News bulletin 7 Sept 2011

on 7 September

Welcome to the College of Nurses – News UpdateNo. 69 – 7 September 2011 

 From NZ media this week 

Ground breaking training for rural GPs and nurses
Health Minister Tony Ryall and Education Minister Anne Tolley have launched a partnership with the Universities of Auckland and Otago that will train more doctors and nurses and other health professionals at Gisborne and Whakatane Hospitals. 

Healthy injection
A PARTNERSHIP with Otago University will see 168 student doctors, nurses, dentists, pharmacists and physiotherapists training with Tairawhiti District Health over the next three years. 

OECD-leading growth in income gap worsening social ills

If New Zealand narrowed its income gap between its highest and lowest earners to that of the most equal countries in the OECD, it could help to substantially reduce social problems, including more than halving the incidence of mental illness and ... 

Health board forced to reveal assault figuresHealth authorities have ordered a major overhaul of how assaults on mental health workers are recorded after a Herald on… 

Flawed records of staff assaults
Who goes to work to get beaten up? In a small corner of our health system, 120 people prepare for exactly this possibility… 


Frustrated medics have joined police in a campaign to stop the violence and abuse they suffer at work. 

'Hot desks' give better access to patients
Two "clinical hot desks" are set to open in Tararua, making it easier for medical professionals to get to patients. 

GPs cautioned on using evidence-based medicine in isolation
GPs received a cautionary message today of the importance of not relying on evidence-based medicine in isolation. In two keynote addresses at the 2011 Conference for General Practice being held in Auckland, doctors were cautioned that evidence-based medicine ... 

Medical charges trimmed for many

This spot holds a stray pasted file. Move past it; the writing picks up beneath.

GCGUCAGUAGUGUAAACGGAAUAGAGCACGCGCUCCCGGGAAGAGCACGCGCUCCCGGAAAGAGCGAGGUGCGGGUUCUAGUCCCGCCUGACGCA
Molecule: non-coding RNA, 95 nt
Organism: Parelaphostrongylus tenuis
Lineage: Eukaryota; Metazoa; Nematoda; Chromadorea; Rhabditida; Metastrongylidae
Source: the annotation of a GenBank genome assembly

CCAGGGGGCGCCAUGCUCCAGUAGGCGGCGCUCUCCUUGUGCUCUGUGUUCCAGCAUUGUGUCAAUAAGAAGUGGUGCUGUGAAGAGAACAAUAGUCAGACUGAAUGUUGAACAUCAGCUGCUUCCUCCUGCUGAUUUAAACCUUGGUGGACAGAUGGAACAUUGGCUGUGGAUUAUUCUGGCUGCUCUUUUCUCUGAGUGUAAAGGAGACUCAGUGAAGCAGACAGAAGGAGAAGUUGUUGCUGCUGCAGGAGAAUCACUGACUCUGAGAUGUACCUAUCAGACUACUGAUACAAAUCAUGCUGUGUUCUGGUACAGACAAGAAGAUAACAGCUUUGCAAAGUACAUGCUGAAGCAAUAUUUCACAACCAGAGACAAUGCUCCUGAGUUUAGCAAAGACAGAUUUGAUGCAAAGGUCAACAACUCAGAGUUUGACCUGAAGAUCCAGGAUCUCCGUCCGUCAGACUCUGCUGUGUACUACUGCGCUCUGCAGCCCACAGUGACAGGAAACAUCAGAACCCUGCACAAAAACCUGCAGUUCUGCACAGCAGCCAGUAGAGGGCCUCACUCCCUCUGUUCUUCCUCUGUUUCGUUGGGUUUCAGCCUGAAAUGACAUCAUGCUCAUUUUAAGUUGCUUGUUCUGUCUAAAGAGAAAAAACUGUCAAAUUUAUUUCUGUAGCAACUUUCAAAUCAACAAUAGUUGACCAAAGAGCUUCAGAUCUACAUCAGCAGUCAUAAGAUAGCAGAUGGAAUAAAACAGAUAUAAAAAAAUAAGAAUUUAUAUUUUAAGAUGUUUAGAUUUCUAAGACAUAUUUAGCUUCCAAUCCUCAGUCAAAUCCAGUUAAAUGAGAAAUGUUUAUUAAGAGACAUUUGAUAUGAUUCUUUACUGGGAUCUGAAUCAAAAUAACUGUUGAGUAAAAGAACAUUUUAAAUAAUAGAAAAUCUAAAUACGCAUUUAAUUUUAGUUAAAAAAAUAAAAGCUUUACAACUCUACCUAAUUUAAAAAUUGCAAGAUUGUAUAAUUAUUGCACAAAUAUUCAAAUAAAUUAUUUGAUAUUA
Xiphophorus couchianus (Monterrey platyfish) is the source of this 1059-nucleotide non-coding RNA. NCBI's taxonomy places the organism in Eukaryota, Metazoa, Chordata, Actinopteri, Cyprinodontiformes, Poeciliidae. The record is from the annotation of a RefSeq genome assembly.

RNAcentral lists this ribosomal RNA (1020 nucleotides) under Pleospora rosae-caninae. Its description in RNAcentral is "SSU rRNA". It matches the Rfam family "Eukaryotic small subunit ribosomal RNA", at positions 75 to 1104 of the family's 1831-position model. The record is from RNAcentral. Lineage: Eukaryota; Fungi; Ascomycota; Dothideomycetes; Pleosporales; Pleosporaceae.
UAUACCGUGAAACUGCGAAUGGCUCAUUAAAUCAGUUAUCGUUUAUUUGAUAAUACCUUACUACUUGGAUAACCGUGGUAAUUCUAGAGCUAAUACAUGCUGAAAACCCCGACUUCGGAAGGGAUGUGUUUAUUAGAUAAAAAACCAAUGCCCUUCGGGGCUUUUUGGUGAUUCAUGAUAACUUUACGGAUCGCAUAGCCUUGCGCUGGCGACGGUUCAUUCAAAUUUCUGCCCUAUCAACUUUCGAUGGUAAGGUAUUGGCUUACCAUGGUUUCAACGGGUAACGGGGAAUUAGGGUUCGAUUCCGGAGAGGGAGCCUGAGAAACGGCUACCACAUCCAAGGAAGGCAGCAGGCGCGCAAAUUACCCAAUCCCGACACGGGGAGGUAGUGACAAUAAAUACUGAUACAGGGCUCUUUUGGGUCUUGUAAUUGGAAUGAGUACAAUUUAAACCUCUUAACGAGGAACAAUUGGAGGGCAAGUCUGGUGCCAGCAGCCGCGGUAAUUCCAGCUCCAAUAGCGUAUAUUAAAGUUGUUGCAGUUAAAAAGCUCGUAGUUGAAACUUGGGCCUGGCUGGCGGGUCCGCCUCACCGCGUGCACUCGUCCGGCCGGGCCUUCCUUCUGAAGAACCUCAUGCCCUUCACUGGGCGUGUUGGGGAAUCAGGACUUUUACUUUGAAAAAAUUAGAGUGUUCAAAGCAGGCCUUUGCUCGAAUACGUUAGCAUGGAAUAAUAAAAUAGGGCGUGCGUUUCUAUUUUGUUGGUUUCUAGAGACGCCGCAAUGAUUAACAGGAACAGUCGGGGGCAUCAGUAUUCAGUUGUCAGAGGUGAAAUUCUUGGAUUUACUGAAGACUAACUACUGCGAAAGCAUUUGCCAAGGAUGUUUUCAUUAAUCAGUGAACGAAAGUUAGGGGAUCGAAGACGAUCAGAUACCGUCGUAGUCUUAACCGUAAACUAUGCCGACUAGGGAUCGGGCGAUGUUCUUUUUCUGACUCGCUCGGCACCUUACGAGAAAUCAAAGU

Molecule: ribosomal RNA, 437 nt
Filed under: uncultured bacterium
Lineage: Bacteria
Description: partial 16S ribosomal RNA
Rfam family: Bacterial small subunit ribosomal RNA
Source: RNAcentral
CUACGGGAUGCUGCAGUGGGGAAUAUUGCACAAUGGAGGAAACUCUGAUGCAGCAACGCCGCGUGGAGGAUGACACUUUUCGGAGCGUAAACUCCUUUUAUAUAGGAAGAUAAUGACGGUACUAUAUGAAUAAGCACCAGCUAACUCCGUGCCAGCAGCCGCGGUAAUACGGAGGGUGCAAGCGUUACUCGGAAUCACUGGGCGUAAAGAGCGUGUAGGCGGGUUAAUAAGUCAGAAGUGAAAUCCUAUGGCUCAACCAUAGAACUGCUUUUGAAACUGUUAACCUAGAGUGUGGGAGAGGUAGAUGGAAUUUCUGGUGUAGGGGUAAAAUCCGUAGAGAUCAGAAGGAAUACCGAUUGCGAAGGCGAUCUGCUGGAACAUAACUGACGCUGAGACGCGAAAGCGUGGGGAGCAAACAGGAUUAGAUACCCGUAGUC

After-hours medical charges fall by 40 per cent on average from today for nearly half of Aucklanders. 

Christchurch trust wins major Maori Public Health award
Christchurch’s Te Puawaitanga ki Otautahi Trust is this year’s winner of the Public Health Association’s Tu Rangatira Mo Te Ora award. 

End-of-life care planning guide released

All health professionals should include advanced care planning about end-of-life-care as part of their role, says the first ACP guide for New Zealand health professionals 

Nurse affair raises ethics issues

Nursing ethics are in the spotlight after a nurse was cleared of professional misconduct despite admitting she had an affair with the husband of a lung cancer patient.  

NZ media – Children and Young people 

Brown poverty 'a timebomb'
A child advocate says New Zealand is sitting on a Polynesian timebomb if it does nothing about Maori and Pacific poverty levels. 

Tamariki Ora – Children know what’s best for children
The Public Health Association’s annual Conference was told today that health professionals need to listen to children and young people – and integrate their views into health planning and service delivery 

Māori children fall further behind with respiratory health